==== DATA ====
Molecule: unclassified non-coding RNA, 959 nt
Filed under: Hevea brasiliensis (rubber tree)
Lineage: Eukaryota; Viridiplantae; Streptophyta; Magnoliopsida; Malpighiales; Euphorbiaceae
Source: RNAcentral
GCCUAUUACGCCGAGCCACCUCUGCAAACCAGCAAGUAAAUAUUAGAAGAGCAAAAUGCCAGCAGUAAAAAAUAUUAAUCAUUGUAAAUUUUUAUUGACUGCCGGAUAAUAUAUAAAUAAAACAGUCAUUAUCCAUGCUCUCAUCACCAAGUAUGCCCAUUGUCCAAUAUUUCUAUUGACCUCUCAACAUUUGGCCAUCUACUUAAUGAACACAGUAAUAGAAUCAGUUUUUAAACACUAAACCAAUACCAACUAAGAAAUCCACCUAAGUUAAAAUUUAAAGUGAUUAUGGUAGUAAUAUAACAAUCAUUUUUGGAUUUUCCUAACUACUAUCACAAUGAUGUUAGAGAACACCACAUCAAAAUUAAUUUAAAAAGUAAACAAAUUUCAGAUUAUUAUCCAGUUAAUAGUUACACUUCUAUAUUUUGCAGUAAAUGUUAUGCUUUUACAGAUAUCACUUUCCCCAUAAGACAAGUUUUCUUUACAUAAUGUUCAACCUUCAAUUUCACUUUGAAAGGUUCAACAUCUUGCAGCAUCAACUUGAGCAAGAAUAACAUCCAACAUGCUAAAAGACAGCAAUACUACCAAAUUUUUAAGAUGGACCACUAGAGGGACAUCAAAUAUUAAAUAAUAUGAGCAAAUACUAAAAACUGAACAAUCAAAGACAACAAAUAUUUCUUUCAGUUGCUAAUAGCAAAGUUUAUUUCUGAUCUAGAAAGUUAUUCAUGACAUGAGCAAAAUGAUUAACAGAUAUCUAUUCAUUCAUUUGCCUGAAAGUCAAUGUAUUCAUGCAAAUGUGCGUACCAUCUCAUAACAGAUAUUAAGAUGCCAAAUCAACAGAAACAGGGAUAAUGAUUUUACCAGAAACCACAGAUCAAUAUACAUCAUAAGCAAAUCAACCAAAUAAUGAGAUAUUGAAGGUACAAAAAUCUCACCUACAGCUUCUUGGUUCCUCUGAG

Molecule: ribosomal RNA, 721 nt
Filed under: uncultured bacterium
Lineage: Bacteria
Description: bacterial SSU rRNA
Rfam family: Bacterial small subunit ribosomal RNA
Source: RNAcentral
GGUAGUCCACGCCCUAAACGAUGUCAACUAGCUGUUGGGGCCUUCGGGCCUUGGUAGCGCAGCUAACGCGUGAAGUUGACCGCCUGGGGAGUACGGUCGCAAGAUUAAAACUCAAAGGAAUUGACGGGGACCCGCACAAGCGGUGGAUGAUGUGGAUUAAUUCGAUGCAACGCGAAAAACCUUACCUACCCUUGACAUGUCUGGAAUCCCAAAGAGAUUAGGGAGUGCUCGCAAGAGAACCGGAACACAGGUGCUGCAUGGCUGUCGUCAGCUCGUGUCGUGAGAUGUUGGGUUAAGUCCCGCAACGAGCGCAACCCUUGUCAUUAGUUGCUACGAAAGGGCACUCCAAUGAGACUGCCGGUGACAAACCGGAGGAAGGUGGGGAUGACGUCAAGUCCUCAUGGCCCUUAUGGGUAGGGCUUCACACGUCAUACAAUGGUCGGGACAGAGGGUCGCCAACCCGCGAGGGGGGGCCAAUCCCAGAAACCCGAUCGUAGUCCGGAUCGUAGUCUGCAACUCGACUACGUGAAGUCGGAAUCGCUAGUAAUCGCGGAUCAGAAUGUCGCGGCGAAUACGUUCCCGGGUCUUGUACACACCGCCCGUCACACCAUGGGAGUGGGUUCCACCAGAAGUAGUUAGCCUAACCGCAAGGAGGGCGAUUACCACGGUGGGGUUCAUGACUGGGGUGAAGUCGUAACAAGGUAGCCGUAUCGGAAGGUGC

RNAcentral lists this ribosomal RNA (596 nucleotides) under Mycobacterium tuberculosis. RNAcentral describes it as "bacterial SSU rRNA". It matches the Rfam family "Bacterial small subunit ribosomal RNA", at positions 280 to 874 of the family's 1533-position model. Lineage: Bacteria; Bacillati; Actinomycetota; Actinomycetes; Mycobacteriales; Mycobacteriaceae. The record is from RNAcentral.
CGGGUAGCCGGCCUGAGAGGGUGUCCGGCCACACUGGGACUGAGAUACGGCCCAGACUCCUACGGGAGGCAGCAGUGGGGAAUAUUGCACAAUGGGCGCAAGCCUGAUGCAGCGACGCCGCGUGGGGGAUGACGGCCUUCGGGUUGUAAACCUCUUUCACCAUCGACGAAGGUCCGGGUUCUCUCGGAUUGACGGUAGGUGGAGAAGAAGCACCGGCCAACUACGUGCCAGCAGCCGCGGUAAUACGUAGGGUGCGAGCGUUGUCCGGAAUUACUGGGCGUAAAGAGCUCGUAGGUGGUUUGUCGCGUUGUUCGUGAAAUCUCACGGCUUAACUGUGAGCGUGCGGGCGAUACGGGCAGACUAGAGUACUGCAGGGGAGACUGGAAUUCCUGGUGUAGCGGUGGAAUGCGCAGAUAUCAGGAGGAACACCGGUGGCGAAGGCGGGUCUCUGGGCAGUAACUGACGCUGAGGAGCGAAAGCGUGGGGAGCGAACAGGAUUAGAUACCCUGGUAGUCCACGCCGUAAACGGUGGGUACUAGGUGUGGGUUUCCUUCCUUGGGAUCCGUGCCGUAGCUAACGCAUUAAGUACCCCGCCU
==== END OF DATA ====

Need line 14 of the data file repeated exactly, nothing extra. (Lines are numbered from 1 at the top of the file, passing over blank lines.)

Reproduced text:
CGGGUAGCCGGCCUGAGAGGGUGUCCGGCCACACUGGGACUGAGAUACGGCCCAGACUCCUACGGGAGGCAGCAGUGGGGAAUAUUGCACAAUGGGCGCAAGCCUGAUGCAGCGACGCCGCGUGGGGGAUGACGGCCUUCGGGUUGUAAACCUCUUUCACCAUCGACGAAGGUCCGGGUUCUCUCGGAUUGACGGUAGGUGGAGAAGAAGCACCGGCCAACUACGUGCCAGCAGCCGCGGUAAUACGUAGGGUGCGAGCGUUGUCCGGAAUUACUGGGCGUAAAGAGCUCGUAGGUGGUUUGUCGCGUUGUUCGUGAAAUCUCACGGCUUAACUGUGAGCGUGCGGGCGAUACGGGCAGACUAGAGUACUGCAGGGGAGACUGGAAUUCCUGGUGUAGCGGUGGAAUGCGCAGAUAUCAGGAGGAACACCGGUGGCGAAGGCGGGUCUCUGGGCAGUAACUGACGCUGAGGAGCGAAAGCGUGGGGAGCGAACAGGAUUAGAUACCCUGGUAGUCCACGCCGUAAACGGUGGGUACUAGGUGUGGGUUUCCUUCCUUGGGAUCCGUGCCGUAGCUAACGCAUUAAGUACCCCGCCU